5.) Let the kids be kids. We want our children to do the best they can in everything they do... being a good citizen, getting good grades... and being a good ball player is no different. But think way back to your second, fourth, or sixth grade year of grammar school. You were clueless. Let your children be clueless, too. If you choose to work with them at home, great. But if you suck the fun out of it, they'll quit before you know it. Then you'll be watching other people's children play.


I write that based mostly on the last two weeks of the Allstar tournament. My expectations didn't match what I saw. I got a little frustrated with it, at first. But then, a wonderful thing happened. I stopped caring! It was so much more fun when we were getting our fannies whipped by the Tehachapi team. We lost like 21-3 or something. Which is better than what I had heard...at the second inning I swear I heard that the score was 32-3! I knew it was going to be tough for Will, with his lack of experience and his social shyness. He was intimidated by the older boys and the new coaches. He didn't play catcher once in any practice, so he was out of his knowledge and comfort zone. He did volunteer to catch several times, but was always turned down. In one of the tournament games he volunteered to warm up a pitcher out on the field, and they let him. Of three pitches, he caught two, and dropped one. Did I care? Not really. I was thrilled though, because he didn't give up. The tournament was so different than our really "happy" experience during regular season. Not that it was so awful, but it definitely had a different feel to it. The little boys were all kind of depressed. Hey- it was like being a freshman in high school! It stinks to be the little guy. Once I realized there was only four of them, I knew it was going to be that way, and I thought I was okay with it. It hurt my pride a little though. But you know what? Every game is a good game. Any time Will gets to play and practice is a good thing, because he is always learning something.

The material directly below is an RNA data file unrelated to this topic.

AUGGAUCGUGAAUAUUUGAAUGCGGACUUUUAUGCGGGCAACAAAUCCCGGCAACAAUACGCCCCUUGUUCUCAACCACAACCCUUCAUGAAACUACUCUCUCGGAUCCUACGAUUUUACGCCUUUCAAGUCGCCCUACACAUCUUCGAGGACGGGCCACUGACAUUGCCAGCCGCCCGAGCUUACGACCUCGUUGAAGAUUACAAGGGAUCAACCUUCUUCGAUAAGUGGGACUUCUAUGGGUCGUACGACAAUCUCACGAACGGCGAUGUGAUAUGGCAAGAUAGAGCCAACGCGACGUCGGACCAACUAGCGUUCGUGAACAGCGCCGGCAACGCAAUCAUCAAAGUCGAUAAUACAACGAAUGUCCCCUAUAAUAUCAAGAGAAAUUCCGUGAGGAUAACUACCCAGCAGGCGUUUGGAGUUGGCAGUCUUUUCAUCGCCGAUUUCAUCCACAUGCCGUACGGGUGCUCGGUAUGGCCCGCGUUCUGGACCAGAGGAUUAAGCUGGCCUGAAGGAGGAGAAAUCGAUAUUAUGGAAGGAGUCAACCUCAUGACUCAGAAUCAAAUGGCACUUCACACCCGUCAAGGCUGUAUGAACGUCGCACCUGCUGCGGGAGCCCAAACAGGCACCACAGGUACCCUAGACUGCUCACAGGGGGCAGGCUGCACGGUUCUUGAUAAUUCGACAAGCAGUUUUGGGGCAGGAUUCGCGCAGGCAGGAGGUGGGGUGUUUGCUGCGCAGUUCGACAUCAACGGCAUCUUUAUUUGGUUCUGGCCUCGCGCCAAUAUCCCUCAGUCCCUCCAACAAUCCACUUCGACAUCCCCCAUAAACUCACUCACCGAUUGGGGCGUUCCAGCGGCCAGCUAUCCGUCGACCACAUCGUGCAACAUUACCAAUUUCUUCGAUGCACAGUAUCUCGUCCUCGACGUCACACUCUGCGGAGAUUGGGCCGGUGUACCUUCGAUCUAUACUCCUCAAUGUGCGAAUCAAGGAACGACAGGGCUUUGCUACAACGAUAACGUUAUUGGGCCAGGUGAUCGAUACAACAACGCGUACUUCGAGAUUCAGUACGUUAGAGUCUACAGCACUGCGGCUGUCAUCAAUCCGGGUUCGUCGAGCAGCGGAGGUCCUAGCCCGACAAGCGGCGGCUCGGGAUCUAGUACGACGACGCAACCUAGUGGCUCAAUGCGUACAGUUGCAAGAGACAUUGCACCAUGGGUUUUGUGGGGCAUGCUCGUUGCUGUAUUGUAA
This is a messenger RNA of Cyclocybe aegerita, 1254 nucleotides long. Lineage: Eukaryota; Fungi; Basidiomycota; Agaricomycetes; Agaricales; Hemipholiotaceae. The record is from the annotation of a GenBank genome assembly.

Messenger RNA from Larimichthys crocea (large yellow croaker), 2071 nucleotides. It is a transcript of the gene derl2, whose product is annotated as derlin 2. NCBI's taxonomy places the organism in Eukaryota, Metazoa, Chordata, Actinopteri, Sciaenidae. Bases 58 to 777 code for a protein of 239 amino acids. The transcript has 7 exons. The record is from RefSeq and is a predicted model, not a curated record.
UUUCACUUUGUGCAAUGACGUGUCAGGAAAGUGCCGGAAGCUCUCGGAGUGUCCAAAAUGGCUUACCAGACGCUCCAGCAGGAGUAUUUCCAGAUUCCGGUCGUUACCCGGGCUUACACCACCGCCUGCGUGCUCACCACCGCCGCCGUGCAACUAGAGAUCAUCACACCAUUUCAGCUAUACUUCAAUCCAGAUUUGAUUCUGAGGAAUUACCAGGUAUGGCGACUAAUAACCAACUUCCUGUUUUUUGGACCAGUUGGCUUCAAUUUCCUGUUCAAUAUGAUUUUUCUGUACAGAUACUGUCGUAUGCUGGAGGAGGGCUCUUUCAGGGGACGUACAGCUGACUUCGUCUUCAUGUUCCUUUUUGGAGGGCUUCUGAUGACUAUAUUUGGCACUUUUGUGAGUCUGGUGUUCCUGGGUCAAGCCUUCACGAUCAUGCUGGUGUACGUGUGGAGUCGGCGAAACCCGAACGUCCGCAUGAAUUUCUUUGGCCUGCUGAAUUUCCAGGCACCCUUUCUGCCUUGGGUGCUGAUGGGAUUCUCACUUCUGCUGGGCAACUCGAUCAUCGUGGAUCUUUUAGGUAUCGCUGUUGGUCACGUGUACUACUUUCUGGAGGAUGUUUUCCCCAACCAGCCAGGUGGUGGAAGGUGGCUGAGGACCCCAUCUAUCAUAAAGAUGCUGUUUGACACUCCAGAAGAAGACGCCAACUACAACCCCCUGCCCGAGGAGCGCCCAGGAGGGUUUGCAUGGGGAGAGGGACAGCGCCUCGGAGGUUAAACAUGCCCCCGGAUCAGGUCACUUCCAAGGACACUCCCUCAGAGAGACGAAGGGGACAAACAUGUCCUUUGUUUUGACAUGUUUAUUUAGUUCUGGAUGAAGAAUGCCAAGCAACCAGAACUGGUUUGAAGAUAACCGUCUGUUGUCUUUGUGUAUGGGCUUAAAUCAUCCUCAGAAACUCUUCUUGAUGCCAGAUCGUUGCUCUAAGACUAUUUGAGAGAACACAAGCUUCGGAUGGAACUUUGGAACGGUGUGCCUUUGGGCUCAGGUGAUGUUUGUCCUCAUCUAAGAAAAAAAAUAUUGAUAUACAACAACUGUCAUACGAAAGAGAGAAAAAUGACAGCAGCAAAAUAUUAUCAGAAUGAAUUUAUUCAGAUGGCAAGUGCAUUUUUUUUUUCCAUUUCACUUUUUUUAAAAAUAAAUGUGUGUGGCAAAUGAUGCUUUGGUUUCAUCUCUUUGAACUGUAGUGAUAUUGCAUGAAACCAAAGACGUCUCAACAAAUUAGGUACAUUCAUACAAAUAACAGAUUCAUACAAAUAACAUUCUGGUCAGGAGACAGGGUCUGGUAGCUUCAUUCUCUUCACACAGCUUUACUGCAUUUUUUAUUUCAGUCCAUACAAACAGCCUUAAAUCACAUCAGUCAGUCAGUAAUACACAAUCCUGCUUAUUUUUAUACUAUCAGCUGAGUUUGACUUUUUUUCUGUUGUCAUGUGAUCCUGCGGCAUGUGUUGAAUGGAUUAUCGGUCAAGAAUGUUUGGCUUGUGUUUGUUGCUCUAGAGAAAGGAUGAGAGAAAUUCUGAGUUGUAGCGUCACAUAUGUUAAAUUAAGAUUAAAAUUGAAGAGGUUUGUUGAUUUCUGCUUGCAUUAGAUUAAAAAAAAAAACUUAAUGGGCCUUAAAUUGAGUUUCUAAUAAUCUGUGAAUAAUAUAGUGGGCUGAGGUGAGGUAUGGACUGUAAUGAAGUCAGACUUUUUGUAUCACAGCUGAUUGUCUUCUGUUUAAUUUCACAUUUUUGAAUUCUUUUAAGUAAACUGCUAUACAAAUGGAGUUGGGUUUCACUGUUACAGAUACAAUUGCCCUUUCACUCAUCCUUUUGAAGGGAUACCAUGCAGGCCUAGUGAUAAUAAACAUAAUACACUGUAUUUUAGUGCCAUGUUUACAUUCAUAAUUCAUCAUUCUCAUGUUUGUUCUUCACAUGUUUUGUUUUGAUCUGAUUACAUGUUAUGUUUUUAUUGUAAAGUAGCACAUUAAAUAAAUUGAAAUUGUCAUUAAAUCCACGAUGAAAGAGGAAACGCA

Did I struggle with my advice above? Actually, at times, I did! I can be all like, "Don't tarnish the family name!" Lol. Mostly with the quit attitude...Bunting's never say die. Wait, that's the Goonies. Same thing, though. Did I sometimes think Will should be better than he was? Yup. I found myself wondering, "Why can't he just catch that?" or, "When will he get the whole batting thing down?" The parents during regular season were all pretty great. The only parental complaint I heard was about the weather. I got to be around Allstar parents this month. They were different. I complained to Cori in Bakersfield, whose boys play ball there, and she patiently said that my experience sounded perfectly normal to her for Allstars. Which cracked me up. It made me feel better. Cori and I are similar in that we don't get worked up about stuff very often, so it was nice to have someone as a sounding board. After being frustrated after the first two practices, she didn't judge me, and made me feel normal. I learned very quickly that sometimes it is the nature of the game, and that the GAME is a lot more fun when you lower your expectations!

I will not lower my expectations of having Will try hard, hustle, be respectful, and be a good sport, but when I stopped worrying about him, I enjoyed the game. When I let go of the responsibility of his feelings and attitude, I enjoyed the game. It is hard to watch your kid be upset with disappointment because he feels like the worst player on the team. But it is wonderful, when two days later after losing yet AGAIN, he says, "I had a lot of fun today. I got to bat, and I got to play right field for two innings. It was fun."

That's the point, isn't it? To have fun?

And speaking of fun...I am seriously thinking about volunteering as as assistant coach for the minors. I had such a good time working with the boys at practice. And, I like to think I have a talent for making learning kind of fun... so I could totally be practicing with the outfield while others are batting, and you can catch us listening to appropriate music (my kid baseball playlist, anyone? Hello, Elvis.), singing, and playing ball. They would have so much fun, they wouldn't even realize they were doing drills. Only problem is...I kind of need a coach. Who wants me?